Kevin Gallagher says the acquisition is fully aligned with Santos’ growth strategy.

Santos pays $2.9bn for Quadrant

Wednesday, 22 August, 2018 - 16:01
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Santos is set to become the dominant supplier of gas in the Western Australian domestic market after striking a deal to buy privately-owned Quadrant Energy for $US2.15 billion ($A2.95 billion).

This comes three years after Brookfield Asset Management and Macquarie Capital bought Apache Corporation’s Australian oil and gas assets, which have since been rebranded as Quadrant.

They have since been joined by several other investors, including Wesfarmers, Angela Bennett’s AMB Holdings and Quadrant management.

Wesfarmers said it would report a $US98 million pre-tax profit on the sale of its 13.2 per cent stake.

The Perth conglomerate said it bought the stake in 2015 for $US100 million and would reap net proceeds of $US170 million.

The Santos deal comes after Quadrant’s owners explored multiple sale options, including a stockmarket float.

Santos was always an interested party, as it holds joint venture interests in some of Quadrant’s major assets, including the Devil Creek and Varanus Island gas plants in WA’s north and associated offshore gas fields.

It said the significant portfolio overlap provided combination synergies estimated at $US30 million to $50 million per annum (excluding integration and other one-off costs)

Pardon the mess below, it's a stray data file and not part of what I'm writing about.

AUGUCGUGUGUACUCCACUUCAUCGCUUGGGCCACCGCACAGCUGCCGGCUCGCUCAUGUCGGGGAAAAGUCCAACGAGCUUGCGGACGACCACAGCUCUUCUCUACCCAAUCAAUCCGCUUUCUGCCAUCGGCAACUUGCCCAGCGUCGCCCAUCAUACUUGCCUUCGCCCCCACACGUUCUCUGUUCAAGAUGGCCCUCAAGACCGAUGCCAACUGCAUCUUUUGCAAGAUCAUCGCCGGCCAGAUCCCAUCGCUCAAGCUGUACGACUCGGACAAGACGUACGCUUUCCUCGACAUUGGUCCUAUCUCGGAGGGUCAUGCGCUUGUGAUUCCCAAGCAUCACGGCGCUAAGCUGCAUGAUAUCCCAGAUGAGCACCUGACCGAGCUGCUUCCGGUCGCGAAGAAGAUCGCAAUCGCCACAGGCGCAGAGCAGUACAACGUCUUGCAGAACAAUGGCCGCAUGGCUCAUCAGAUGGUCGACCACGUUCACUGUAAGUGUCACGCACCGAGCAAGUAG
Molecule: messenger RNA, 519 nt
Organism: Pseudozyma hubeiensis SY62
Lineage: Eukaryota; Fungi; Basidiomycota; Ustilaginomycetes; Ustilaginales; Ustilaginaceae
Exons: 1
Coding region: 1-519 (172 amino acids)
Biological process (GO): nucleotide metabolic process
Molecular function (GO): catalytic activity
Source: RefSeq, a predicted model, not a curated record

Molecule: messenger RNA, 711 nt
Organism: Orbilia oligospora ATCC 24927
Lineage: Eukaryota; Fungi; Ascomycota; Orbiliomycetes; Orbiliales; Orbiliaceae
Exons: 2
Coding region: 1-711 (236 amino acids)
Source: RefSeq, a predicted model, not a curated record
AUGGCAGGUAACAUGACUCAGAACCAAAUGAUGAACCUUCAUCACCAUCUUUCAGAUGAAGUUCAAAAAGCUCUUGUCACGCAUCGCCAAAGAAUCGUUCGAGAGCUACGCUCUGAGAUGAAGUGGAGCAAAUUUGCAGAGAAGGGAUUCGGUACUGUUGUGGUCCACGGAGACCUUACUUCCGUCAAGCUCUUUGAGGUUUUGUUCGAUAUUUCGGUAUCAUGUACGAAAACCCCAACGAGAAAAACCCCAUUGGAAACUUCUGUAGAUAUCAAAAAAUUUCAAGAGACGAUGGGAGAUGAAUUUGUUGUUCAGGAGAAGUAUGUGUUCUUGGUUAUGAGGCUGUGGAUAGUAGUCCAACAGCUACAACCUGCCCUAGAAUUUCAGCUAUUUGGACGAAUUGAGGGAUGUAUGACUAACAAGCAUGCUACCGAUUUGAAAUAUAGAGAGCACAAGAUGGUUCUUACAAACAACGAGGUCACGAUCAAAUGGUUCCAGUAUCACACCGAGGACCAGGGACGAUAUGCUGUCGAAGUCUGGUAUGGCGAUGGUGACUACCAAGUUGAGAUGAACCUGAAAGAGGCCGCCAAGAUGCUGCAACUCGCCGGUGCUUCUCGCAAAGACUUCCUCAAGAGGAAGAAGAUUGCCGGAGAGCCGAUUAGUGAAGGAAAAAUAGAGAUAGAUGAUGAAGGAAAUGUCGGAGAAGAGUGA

Quadrant also owns equity interests in BHP’s Macedon gas hub and the Ningaloo Vision and Pyrenees oil projects.

In addition, it has an 80 per cent interest in the Dorado-1 field, which is considered one of Australia’s biggest oil and gas discoveries.

Santos managing director Kevin Gallagher said the acquisition was fully aligned with Santos’s growth strategy to build on existing infrastructure positions around the company’s core assets.

“This acquisition delivers increased ownership and operatorship of a high-quality portfolio of low cost, long-life conventional Western Australian natural gas assets which are well known to Santos, and importantly significantly strengthens Santos’ offshore operating capability,” he said.

“It is materially value accretive for Santos shareholders and advances Santos’s aim to be Australia’s leading domestic natural gas supplier.”

"The transaction lowers our proforma 2018 forecast free cash flow breakeven oil price by a further $4/bbl and Quadrant's stable cash flows provide increased certainty during the upcoming period of major growth project delivery.”

As well as an upfront payment of $US2.15 billion, there will be potential future payments.

These include a $US50 million payment if Dorado’s certified oil and gas (2C) resource at the time of a final investment decision on development is at least 100 million barrels.

Further payments of at least $US2 per barrel (above 100 million) may also be made.

There will also be royalty payments over any future Bedout Basin project revenue (excluding production of Dorado oil/liquids).

The former owners issued a joint statement on the sale.

"Following the Dorado-1 oil discovery and given the financial strength of the business, Brookfield and Macquarie (the Owners) determined it to be the appropriate time to transition Quadrant to a long term owner that is suitably equipped to take it through the next phase of development," it stated. 

"With an increasing focus on exploration and development activities, including the assessment and development of the exciting Dorado opportunity, the Owners believe Santos is an ideal party to optimise the future prospects of the company."

Clayton Utz was the lead legal adviser to Brookfield and Macquarie on the transaction, with King & Wood Mallesons and Allens providing additional legal advice.

Macquarie Capital was financial adviser to its own consortium, while Goldman Sachs and Citi were financial advisers to Brookfield.

 

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